On a recent 710 WOR “Mind Your Business” broadcast, Yitzchok Saftlas (YS) spoke with guest Marc Bodner, CEO of L&R Distributors, on the topic of landing superstar employees.

YS: How does a company go about landing a superstar employee?

MB: It’s all about referability. Are you referable? Step one, from my perspective, has always been looking at yourself first. Are you a referable person? Are you a referable company? If the answer to that question is “maybe,” or certainly if it’s “no.” the likelihood of you attracting talent is very small. And if you do attract them, the likelihood of retaining them is very small.

So, the first thing we get to work on is whether we’re referrable. And the best way to be referable is through behavior, through culture, through principles, and through leadership. In today’s world of social media, with platforms like LinkedIn, it’s all out there. Your company’s culture and whether or not your referrable will have a direct tie-in correlation to whether you can attract the right talent for your business.

YS:  When a new applicant is brought to you, what are you looking for?

MB: When we do have the opportunity to meet with a particular candidate, I don’t like calling it an interview. I like calling it a conversation. I will usually open with that, just to take the edge off. “We’re having a conversation. I’m going to get to ask you some questions. It’s a two-way street. We have to be attractive to you, and you have to be attractive to us.”

You have a conversation with this person, coming at them with great questions, but also allowing them to ask questions. I will generally look to hire for talent. And it may not be specific talent to the job we’re looking for. It may just be that the person has a lot of talent.

One of the reasons why I tend to use the style is that I love to see how prepared they come. What kind of questions will they have? I’ve found that there’s a direct correlation to their talent, mindset, and culture in how they prepared for the interview. If you want to hit it out of the park on an interview, walk in and ask the following question: “I was doing research on your company and I noticed a couple of things about your business. I have a couple of ideas that I think could really help. Would you be interested in hearing what those ideas are?”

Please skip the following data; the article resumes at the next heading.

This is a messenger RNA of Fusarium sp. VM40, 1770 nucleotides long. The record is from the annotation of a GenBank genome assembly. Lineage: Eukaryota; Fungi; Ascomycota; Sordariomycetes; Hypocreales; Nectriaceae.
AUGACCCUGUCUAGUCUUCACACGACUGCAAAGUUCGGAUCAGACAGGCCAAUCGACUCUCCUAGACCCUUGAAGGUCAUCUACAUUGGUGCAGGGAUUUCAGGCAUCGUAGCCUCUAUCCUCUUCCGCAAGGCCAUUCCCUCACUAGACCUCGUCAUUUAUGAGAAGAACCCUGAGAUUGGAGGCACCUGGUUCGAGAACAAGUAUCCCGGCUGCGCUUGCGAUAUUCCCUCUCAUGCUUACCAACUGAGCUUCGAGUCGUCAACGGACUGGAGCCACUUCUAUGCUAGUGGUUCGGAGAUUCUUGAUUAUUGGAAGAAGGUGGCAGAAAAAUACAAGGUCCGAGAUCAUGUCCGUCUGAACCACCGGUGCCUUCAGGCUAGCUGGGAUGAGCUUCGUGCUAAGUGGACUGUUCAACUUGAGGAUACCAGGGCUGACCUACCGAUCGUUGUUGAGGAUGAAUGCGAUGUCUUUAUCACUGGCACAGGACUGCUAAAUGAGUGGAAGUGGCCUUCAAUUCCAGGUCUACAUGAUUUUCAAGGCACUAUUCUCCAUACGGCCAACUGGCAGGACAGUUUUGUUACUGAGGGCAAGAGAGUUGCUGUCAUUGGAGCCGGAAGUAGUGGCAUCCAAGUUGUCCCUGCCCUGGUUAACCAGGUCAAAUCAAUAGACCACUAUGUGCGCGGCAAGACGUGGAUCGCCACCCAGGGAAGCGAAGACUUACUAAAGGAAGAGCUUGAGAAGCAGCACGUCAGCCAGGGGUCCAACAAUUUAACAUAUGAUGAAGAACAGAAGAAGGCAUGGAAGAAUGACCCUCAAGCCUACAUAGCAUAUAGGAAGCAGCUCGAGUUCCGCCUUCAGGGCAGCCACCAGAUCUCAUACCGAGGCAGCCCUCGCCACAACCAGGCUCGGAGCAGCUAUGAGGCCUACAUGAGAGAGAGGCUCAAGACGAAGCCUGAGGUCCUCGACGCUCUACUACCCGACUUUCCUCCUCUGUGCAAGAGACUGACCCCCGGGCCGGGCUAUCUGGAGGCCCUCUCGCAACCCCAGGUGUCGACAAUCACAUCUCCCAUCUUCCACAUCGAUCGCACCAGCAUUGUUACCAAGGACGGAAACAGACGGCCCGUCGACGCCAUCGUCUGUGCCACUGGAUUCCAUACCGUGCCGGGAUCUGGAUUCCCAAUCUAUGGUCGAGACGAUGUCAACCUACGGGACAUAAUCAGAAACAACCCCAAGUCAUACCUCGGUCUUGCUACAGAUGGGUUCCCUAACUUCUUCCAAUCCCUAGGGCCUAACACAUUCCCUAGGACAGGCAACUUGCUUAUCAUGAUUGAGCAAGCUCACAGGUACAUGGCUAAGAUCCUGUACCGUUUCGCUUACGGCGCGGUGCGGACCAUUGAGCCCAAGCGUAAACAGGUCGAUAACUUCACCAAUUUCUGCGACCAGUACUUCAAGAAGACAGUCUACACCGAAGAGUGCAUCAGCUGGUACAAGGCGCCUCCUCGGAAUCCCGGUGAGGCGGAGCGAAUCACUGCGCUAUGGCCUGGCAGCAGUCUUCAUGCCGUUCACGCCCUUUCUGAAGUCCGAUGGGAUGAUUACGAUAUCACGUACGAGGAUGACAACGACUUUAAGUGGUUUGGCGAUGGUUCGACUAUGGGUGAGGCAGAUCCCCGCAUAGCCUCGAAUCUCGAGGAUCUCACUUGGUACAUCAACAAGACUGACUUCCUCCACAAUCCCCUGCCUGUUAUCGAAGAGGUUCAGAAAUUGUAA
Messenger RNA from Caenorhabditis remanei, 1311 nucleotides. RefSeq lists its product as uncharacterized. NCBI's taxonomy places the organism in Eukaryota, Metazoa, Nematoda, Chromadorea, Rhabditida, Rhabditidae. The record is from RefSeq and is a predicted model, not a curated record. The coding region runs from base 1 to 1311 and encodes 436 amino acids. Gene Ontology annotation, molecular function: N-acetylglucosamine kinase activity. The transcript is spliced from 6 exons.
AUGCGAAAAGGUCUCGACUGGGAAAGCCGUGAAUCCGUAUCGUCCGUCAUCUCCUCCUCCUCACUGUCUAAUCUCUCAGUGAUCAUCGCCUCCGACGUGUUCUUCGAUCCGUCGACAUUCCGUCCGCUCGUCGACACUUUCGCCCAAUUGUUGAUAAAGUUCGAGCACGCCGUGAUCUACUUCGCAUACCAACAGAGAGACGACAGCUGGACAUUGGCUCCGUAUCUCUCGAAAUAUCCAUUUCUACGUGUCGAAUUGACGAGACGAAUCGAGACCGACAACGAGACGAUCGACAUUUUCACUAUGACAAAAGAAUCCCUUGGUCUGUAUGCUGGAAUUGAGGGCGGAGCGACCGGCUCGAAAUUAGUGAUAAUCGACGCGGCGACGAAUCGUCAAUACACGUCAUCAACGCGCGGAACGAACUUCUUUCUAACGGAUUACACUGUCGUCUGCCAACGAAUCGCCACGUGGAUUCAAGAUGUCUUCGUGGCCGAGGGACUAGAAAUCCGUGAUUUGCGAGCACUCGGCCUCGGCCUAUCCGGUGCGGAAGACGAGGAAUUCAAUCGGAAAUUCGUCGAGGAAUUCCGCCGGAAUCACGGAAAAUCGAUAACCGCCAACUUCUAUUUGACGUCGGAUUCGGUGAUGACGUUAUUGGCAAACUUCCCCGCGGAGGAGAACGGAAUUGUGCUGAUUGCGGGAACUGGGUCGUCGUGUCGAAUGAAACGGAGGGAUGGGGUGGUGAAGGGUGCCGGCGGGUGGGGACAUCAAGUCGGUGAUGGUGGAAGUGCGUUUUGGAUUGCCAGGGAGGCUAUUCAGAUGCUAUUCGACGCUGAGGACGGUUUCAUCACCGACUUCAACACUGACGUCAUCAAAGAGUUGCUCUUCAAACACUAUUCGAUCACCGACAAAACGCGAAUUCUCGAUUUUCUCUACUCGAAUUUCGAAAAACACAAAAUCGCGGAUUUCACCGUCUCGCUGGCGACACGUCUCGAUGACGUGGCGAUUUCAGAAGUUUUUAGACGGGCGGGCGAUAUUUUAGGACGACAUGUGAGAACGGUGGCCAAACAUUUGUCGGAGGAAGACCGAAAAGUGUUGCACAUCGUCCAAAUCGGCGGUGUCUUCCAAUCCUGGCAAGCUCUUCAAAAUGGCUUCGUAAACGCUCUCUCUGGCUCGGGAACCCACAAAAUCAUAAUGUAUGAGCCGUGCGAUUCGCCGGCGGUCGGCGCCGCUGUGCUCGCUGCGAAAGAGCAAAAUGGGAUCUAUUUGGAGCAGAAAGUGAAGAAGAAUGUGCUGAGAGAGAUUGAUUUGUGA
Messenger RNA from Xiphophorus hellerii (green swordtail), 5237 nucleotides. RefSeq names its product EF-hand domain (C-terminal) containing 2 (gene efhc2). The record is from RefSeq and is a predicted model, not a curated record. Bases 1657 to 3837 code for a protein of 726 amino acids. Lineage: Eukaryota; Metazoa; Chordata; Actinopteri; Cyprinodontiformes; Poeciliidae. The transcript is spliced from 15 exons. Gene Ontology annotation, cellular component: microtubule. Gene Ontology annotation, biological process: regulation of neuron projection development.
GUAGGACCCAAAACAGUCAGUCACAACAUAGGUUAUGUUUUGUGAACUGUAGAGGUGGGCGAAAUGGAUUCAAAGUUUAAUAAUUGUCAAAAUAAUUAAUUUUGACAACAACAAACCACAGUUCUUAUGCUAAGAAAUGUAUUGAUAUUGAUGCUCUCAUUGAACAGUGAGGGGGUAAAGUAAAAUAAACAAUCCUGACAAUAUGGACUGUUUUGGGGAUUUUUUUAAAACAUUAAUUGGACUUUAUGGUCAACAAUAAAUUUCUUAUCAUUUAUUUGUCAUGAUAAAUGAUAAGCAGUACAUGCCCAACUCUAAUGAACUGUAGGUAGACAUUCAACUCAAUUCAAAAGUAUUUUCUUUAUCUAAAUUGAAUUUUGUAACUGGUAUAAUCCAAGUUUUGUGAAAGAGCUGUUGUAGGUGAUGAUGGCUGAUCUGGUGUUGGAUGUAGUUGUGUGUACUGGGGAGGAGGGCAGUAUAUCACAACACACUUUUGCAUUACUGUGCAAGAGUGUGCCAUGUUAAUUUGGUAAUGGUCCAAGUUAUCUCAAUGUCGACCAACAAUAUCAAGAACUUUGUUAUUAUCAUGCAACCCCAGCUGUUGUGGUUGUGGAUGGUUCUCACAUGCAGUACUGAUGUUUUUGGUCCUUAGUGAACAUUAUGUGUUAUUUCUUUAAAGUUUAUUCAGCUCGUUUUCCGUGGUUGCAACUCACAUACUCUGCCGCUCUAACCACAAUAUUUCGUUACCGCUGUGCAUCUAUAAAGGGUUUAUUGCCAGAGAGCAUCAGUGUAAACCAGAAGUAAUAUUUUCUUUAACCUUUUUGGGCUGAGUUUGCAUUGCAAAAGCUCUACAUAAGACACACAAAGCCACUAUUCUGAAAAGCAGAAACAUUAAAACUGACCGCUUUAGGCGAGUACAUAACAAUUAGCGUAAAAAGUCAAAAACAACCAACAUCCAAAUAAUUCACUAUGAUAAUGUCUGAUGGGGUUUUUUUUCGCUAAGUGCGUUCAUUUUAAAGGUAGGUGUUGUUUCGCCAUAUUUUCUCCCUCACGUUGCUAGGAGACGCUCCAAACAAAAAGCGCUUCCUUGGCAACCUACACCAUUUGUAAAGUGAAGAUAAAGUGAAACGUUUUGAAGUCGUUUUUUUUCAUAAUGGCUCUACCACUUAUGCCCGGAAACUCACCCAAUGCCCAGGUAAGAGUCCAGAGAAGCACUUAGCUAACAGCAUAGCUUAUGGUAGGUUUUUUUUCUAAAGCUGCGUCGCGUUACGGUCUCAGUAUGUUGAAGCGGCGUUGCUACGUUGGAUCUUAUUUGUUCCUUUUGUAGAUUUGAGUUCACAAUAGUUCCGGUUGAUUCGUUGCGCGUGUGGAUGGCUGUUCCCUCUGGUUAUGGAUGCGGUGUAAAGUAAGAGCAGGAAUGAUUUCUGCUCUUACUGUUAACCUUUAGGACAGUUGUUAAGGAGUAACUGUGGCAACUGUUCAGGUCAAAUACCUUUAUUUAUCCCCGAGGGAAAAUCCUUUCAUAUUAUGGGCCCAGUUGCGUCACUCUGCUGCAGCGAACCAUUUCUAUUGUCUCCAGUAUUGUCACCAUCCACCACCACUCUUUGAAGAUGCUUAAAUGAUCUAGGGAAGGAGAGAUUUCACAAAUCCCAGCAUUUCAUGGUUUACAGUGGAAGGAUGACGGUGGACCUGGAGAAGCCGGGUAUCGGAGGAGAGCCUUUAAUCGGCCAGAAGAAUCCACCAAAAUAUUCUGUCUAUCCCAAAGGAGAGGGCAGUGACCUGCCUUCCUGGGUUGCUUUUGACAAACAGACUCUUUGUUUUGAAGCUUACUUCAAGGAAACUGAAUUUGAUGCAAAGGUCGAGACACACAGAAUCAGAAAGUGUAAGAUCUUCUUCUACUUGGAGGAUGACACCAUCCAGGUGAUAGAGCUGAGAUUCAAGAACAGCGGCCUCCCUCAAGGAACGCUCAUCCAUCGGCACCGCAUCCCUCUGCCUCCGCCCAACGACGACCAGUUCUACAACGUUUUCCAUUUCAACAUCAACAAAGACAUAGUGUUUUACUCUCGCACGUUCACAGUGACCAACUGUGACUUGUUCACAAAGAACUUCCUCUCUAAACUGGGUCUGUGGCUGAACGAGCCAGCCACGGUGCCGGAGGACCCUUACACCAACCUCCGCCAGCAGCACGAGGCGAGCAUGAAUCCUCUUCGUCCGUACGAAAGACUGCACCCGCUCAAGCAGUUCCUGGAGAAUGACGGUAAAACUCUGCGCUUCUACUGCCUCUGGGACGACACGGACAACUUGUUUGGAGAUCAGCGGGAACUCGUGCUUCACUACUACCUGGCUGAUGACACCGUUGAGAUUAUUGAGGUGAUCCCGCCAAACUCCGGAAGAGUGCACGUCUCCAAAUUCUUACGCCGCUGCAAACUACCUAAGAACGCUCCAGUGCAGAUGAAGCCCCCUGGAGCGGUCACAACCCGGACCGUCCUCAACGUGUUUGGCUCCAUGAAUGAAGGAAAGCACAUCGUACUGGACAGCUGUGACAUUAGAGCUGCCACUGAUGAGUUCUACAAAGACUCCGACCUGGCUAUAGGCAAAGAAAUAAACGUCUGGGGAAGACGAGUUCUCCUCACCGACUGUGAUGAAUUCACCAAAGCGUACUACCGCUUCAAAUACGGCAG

What you’ve actually done is flip the interview. You became the interviewer, and the company became the interviewee. Because now you’re getting to speak about something that they’re interested in. Some of the best hires that I’ve made, I don’t know if they were necessarily the most talented people or had the most experience, but they had the best questions.

YS: Is there any type of guide map for the number of times you should be meeting with someone?

MB: There are two aspects to consider. There are the number of times and the specific people. For an important hire, in a leadership or manager role, we never leave it to one person. It’s a multiple person process. Sometimes we’ll double-team – not to overburden the person – I don’t want to have to put them through 5-7 interviews, but I may want 5-7 people to meet them. Generally, I certainly want our HR team involved. And I certainly want someone with expertise in that particular area. For example, if it’s a sales role, we need someone from the sales team. Depending on how important the role is, I may interview as well. So, it can sometimes be 3-5 different conversations with people. And everyone has their own style of interviewing. We’ve worked with consulting firms and the best methods to interview, and everyone will do what works for them. But it will go through a pretty rigorous process in terms of the number of people.

Regarding length of time, my preference is to be short and sweet. Forty-five minutes to an hour is more than enough time, unless there’s some competency test that has to be given for required skill sets. But generally, I would keep it on the relatively short side.

YS: What is your approach for someone who’s very qualified and talented, but they show up and don’t know a think about your business?

MB: That’s a zero. You can teach plenty of things, but you can’t teach curiosity. They can be great accountants, but you can’t learn the culture of a business, you can’t learn how to interact, unless you have a curious mindset. That’s how I believe our culture is built. There are two sides to trust. There’s the competency side. “I trust this person can get this done.” And then, there’s the honesty side. And when someone walks into an interview knowing nothing about your business, but they’re really competent at that job, they have only one side. It’s kind of like the NFL Draft. Many times,  you’ll see a team pick a player for a position that they’re pretty deep in. So, why are they picking that player? Because they’re the best player available. So, sometimes you’re hiring for talent, but you’re not necessarily always hiring for skill set.